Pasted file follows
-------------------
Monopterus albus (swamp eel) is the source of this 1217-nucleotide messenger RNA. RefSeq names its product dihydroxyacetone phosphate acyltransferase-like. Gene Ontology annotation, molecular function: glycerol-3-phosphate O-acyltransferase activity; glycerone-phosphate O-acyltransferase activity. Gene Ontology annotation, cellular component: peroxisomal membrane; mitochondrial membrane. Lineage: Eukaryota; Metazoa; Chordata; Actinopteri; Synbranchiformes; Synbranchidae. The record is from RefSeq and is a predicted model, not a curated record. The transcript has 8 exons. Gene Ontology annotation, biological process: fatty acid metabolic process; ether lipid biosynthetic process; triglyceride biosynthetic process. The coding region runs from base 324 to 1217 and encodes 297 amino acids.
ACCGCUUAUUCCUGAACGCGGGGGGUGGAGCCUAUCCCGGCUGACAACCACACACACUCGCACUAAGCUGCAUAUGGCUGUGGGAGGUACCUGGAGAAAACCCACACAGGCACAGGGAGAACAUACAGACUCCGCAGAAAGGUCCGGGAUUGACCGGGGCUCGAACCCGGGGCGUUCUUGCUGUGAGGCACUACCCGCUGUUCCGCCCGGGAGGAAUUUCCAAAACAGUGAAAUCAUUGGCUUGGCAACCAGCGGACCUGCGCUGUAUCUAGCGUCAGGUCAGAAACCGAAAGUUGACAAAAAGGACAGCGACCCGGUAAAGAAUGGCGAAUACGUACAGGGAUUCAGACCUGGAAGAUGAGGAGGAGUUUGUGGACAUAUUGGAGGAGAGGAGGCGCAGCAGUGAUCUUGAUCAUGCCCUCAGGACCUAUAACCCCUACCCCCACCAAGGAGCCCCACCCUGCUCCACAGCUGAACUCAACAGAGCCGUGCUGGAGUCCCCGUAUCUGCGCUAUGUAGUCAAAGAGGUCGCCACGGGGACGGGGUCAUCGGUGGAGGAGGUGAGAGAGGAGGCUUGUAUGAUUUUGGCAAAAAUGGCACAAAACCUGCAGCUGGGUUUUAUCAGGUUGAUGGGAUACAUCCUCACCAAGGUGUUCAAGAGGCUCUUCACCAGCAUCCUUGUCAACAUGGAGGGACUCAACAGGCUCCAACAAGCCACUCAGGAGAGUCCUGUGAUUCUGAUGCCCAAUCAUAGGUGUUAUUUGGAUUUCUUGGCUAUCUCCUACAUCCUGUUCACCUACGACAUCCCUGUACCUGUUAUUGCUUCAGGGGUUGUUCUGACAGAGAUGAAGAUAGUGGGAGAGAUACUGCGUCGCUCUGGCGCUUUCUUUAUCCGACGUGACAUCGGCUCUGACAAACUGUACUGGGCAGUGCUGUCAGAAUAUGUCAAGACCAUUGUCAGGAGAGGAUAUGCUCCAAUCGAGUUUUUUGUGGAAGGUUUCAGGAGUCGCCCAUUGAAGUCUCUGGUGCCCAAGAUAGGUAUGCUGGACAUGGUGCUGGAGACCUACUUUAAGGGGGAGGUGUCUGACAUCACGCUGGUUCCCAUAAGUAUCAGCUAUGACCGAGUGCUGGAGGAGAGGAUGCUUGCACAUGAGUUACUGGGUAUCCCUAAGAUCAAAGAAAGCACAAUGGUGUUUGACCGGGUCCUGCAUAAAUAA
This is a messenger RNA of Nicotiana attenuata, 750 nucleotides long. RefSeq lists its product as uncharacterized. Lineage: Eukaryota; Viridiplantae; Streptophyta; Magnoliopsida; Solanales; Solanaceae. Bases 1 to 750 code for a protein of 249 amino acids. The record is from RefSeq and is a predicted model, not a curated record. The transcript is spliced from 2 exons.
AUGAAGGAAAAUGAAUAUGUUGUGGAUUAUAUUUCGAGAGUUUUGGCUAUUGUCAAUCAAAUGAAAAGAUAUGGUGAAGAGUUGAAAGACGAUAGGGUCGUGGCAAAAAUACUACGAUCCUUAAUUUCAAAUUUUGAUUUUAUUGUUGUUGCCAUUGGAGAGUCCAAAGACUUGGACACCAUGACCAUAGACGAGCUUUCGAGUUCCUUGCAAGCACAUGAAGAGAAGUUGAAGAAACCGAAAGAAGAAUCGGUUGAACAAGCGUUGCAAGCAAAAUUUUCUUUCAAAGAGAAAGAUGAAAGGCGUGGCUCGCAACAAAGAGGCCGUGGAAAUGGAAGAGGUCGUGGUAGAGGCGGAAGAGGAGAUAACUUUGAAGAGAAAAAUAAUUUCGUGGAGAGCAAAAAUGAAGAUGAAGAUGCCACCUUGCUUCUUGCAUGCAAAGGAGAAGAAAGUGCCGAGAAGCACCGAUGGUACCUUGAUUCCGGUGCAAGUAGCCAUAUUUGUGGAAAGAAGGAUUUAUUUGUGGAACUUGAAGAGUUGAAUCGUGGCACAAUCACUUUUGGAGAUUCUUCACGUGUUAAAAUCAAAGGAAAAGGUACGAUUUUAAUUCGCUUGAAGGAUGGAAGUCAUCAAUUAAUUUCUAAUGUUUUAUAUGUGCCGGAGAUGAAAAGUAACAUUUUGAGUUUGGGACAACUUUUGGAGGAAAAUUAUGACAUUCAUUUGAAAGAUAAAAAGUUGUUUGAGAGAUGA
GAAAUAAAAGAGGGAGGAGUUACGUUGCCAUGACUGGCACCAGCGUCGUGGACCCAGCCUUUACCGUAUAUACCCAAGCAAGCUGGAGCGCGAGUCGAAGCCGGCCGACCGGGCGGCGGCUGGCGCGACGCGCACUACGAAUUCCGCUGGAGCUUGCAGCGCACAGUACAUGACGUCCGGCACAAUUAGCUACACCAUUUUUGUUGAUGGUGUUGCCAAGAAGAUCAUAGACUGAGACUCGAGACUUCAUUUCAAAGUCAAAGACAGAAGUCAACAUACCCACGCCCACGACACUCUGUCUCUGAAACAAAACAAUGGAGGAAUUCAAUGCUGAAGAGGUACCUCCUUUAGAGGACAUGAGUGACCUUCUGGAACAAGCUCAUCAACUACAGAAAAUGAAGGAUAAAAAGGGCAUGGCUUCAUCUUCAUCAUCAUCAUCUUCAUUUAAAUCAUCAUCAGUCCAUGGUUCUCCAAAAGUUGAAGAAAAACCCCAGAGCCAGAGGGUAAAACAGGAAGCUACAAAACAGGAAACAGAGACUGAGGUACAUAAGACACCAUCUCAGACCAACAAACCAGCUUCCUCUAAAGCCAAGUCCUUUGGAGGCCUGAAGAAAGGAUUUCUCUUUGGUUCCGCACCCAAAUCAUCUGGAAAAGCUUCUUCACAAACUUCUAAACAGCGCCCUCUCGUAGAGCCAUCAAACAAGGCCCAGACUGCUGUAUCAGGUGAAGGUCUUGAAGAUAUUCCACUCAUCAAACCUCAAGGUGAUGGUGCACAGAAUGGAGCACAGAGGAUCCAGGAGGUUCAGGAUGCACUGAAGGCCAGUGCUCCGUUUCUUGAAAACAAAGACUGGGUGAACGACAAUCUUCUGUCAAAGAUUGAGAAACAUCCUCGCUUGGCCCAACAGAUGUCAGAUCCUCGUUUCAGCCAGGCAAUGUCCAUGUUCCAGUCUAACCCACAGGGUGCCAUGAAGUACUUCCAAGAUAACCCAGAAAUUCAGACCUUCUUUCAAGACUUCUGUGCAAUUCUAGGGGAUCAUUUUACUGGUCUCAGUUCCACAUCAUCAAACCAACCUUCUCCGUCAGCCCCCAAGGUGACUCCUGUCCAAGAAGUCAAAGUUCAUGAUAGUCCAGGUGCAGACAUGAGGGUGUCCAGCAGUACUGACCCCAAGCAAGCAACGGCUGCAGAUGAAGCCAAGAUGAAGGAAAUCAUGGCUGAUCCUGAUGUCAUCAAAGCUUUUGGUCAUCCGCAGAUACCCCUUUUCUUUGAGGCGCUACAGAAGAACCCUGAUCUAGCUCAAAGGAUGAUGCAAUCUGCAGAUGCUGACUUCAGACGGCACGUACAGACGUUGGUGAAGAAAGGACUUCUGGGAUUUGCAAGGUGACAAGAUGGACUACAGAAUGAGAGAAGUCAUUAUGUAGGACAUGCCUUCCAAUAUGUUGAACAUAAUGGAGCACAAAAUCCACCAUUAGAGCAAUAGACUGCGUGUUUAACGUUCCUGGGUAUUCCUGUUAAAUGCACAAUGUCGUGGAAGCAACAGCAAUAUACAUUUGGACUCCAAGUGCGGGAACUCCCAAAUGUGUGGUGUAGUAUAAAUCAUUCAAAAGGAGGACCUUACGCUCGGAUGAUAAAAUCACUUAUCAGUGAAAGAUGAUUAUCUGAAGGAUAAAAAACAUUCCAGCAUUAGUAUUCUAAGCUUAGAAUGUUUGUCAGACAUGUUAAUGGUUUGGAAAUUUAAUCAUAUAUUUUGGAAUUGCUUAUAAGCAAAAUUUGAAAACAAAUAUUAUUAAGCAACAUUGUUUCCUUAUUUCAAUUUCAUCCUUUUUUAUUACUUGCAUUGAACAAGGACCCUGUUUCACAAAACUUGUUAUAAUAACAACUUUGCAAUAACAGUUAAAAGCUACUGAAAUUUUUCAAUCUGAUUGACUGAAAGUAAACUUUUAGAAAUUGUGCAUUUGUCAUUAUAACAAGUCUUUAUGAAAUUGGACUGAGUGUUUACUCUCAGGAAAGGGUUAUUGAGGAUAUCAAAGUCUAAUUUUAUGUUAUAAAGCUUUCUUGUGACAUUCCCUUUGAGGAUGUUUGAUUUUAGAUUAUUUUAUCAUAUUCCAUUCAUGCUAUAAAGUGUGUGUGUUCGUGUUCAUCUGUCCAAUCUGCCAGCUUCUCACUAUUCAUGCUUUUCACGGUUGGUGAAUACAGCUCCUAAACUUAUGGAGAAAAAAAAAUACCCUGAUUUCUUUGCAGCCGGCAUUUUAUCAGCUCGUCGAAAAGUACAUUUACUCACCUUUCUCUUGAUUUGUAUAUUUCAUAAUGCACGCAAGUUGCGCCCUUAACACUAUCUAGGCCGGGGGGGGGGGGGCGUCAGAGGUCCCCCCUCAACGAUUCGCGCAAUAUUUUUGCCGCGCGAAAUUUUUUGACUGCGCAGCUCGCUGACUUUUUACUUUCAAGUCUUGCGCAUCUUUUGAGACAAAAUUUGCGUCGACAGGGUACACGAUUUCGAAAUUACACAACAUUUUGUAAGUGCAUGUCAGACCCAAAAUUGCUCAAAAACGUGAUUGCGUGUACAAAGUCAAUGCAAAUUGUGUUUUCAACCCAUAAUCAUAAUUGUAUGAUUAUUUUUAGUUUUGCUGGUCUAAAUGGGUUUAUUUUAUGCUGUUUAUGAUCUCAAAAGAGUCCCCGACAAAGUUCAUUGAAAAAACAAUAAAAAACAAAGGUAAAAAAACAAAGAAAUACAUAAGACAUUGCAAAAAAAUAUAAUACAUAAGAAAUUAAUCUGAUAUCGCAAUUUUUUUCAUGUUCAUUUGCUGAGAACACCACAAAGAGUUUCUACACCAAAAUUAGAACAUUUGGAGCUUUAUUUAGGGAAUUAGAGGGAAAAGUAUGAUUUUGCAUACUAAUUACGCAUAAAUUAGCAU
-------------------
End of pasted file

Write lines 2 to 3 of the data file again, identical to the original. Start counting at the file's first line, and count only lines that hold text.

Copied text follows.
ACCGCUUAUUCCUGAACGCGGGGGGUGGAGCCUAUCCCGGCUGACAACCACACACACUCGCACUAAGCUGCAUAUGGCUGUGGGAGGUACCUGGAGAAAACCCACACAGGCACAGGGAGAACAUACAGACUCCGCAGAAAGGUCCGGGAUUGACCGGGGCUCGAACCCGGGGCGUUCUUGCUGUGAGGCACUACCCGCUGUUCCGCCCGGGAGGAAUUUCCAAAACAGUGAAAUCAUUGGCUUGGCAACCAGCGGACCUGCGCUGUAUCUAGCGUCAGGUCAGAAACCGAAAGUUGACAAAAAGGACAGCGACCCGGUAAAGAAUGGCGAAUACGUACAGGGAUUCAGACCUGGAAGAUGAGGAGGAGUUUGUGGACAUAUUGGAGGAGAGGAGGCGCAGCAGUGAUCUUGAUCAUGCCCUCAGGACCUAUAACCCCUACCCCCACCAAGGAGCCCCACCCUGCUCCACAGCUGAACUCAACAGAGCCGUGCUGGAGUCCCCGUAUCUGCGCUAUGUAGUCAAAGAGGUCGCCACGGGGACGGGGUCAUCGGUGGAGGAGGUGAGAGAGGAGGCUUGUAUGAUUUUGGCAAAAAUGGCACAAAACCUGCAGCUGGGUUUUAUCAGGUUGAUGGGAUACAUCCUCACCAAGGUGUUCAAGAGGCUCUUCACCAGCAUCCUUGUCAACAUGGAGGGACUCAACAGGCUCCAACAAGCCACUCAGGAGAGUCCUGUGAUUCUGAUGCCCAAUCAUAGGUGUUAUUUGGAUUUCUUGGCUAUCUCCUACAUCCUGUUCACCUACGACAUCCCUGUACCUGUUAUUGCUUCAGGGGUUGUUCUGACAGAGAUGAAGAUAGUGGGAGAGAUACUGCGUCGCUCUGGCGCUUUCUUUAUCCGACGUGACAUCGGCUCUGACAAACUGUACUGGGCAGUGCUGUCAGAAUAUGUCAAGACCAUUGUCAGGAGAGGAUAUGCUCCAAUCGAGUUUUUUGUGGAAGGUUUCAGGAGUCGCCCAUUGAAGUCUCUGGUGCCCAAGAUAGGUAUGCUGGACAUGGUGCUGGAGACCUACUUUAAGGGGGAGGUGUCUGACAUCACGCUGGUUCCCAUAAGUAUCAGCUAUGACCGAGUGCUGGAGGAGAGGAUGCUUGCACAUGAGUUACUGGGUAUCCCUAAGAUCAAAGAAAGCACAAUGGUGUUUGACCGGGUCCUGCAUAAAUAA
This is a messenger RNA of Nicotiana attenuata, 750 nucleotides long. RefSeq lists its product as uncharacterized. Lineage: Eukaryota; Viridiplantae; Streptophyta; Magnoliopsida; Solanales; Solanaceae. Bases 1 to 750 code for a protein of 249 amino acids. The record is from RefSeq and is a predicted model, not a curated record. The transcript is spliced from 2 exons.